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A combination of AT&T’s employees, corporate PAC, owners, and family members donated $50,806 dollars to Senator Kamala Harris’ presidential campaign thus far in 2019
Presidential candidate Senator Kamala Harris has promised to run a campaign “for the people,” and it seems like she has the backing of at least one group of people—the employees and corporate PAC of CNN’s parent company WarnerMedia/AT&T.
After employees of CNN’s former parent company, Time Warner, poured $127,175 into then-Senate candidate Harris’ campaign, a combination of employees, the corporate PAC, owners, and family members of AT&T/WarnerMedia/CNN donated $50,806 to Harris’ 2020 presidential campaign in the first three months of 2019.
With both CNN’s former and current parent companies donating significant sums to Harris’ campaigns—first for Senate and now for president—a pattern of support for Harris from the companies signing Anderson Cooper and Wolf Blitzer’s checks has clearly developed.
In the past, Harris supporters have argued that it’s not CNN’s parent companies themselves donating to Harris—it’s employees working for them. This is true, but also lacking important caveat. According to the Center for Responsive Politics, the individual donations coming from employees of Time Warner (to Harris’ Senate campaign) and AT&T (to Harris’ presidential campaign) are for $200 or more. This indicates the money being donated to Harris from these employees came from higher-level employees at the companies rather than mid to lower-level worker bees.
In the case of CNN’s current parent company AT&T’s donation of nearly $51,000 to Harris’ presidential campaign, the money came from more than just employees: according to the Center for Responsive Politics, “the money came from the organizations’ PACs; their individual members, employees or owners; and those individuals’ immediate families…Organization totals include subsidiaries and affiliates.”
The donations from AT&T came during the same time CNN hosted a town hall for Harris 24 hours after her presidential kickoff rally. The town hall was mutually beneficial and lacking in tough questions from anchor Jake Tapper and voters in the audience. This softness is exemplified by one audience member—almost assuredly screened by CNN producers beforehand—whose question went viral. The questioner asked Harris if she could give him advice on how to respond to a man trying to “mansplain” to him about how a man would make a better nominee than a woman.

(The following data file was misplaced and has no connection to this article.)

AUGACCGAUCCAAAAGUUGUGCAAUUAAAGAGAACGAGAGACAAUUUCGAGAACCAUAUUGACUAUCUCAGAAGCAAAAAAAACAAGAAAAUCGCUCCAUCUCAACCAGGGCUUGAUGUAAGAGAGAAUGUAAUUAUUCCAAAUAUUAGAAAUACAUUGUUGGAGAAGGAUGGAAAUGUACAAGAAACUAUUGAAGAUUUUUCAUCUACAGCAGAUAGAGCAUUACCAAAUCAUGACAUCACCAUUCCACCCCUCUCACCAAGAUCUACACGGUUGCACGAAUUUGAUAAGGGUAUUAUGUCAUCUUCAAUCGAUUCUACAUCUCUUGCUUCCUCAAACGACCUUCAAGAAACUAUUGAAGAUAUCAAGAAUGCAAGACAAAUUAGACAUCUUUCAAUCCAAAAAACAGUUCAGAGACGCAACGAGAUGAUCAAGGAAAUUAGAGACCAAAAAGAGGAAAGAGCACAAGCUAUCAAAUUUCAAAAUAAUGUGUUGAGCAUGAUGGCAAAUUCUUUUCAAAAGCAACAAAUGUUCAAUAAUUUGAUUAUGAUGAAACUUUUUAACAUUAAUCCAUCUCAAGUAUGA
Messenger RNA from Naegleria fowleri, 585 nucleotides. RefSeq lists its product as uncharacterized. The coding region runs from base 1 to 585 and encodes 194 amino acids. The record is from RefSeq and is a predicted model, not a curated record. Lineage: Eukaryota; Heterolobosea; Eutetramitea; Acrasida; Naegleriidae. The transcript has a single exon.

This financial relationship begs the question—why doesn’t CNN disclose on-air and in print that its parent company’s employees and corporate PAC combined to rank as the number two donor to Harris’ 2020 campaign thus far? One could argue that, since the donations are a conglomeration of employees, owners, individuals, and PACs, that it doesn’t ‘count’ as a corporate donation for the benefit of AT&T or CNN. With that in mind, it might then be expected for there to be a near-equal distribution of AT&T-related donations across the board to 2020 candidates. But there isn’t: New Jersey Senator and presidential candidate Cory Booker comes in a distant second, with AT&T Inc being his 14th-ranked donor.
Senator Harris’ advantageous relationship with WarnerMedia, AT&T—and therefore CNN— gives the appearance of both beneficial news coverage and more news coverage than other candidates. From CNN positively framing her policies, statements, actions, and political flip-flops, to ignoring her record as a prosecutor, D.A., and Attorney General of California, to its reporters literally going shopping with Harris, the perceived bias rings serious alarm bells.
We kind of forced @kamalaharris to try on this awesome oversized rainbow sequin jacket … She snapped it up. @alivitali perfectly named it as “the Mardi Gras Jacket” #2020 #SouthCarolina #CampaignFashionReport pic.twitter.com/2G0NFRkKL6
— Maeve Reston (@MaeveReston) February 16, 2019
Despite Harris benefiting thus far from AT&T’s donations, she recently came out against some of AT&T’s actions by sending a letter to the telecommunications giant demanding to know why 368 union technicians in California were laid off. The Senator also pointed out that AT&T has laid off 20,000+ workers since the passage of the GOP tax law. However, her criticisms seem to stop where her campaign coffers begin.
At what point does it become incumbent upon a news organization to disclose financial relationships in its reporting, like the one it has with Kamala Harris? CNN is wrangling a large field of Democratic candidates in their coverage, and there’s no sign of them being willing to disclose political contributions of this nature to Harris, and it’s rather easy to hide under the broad umbrella of AT&T.
Status Coup did not receive a response from CNN on why its anchors and reporters have not disclosed the financial donations from its parent company to Senator Harris.
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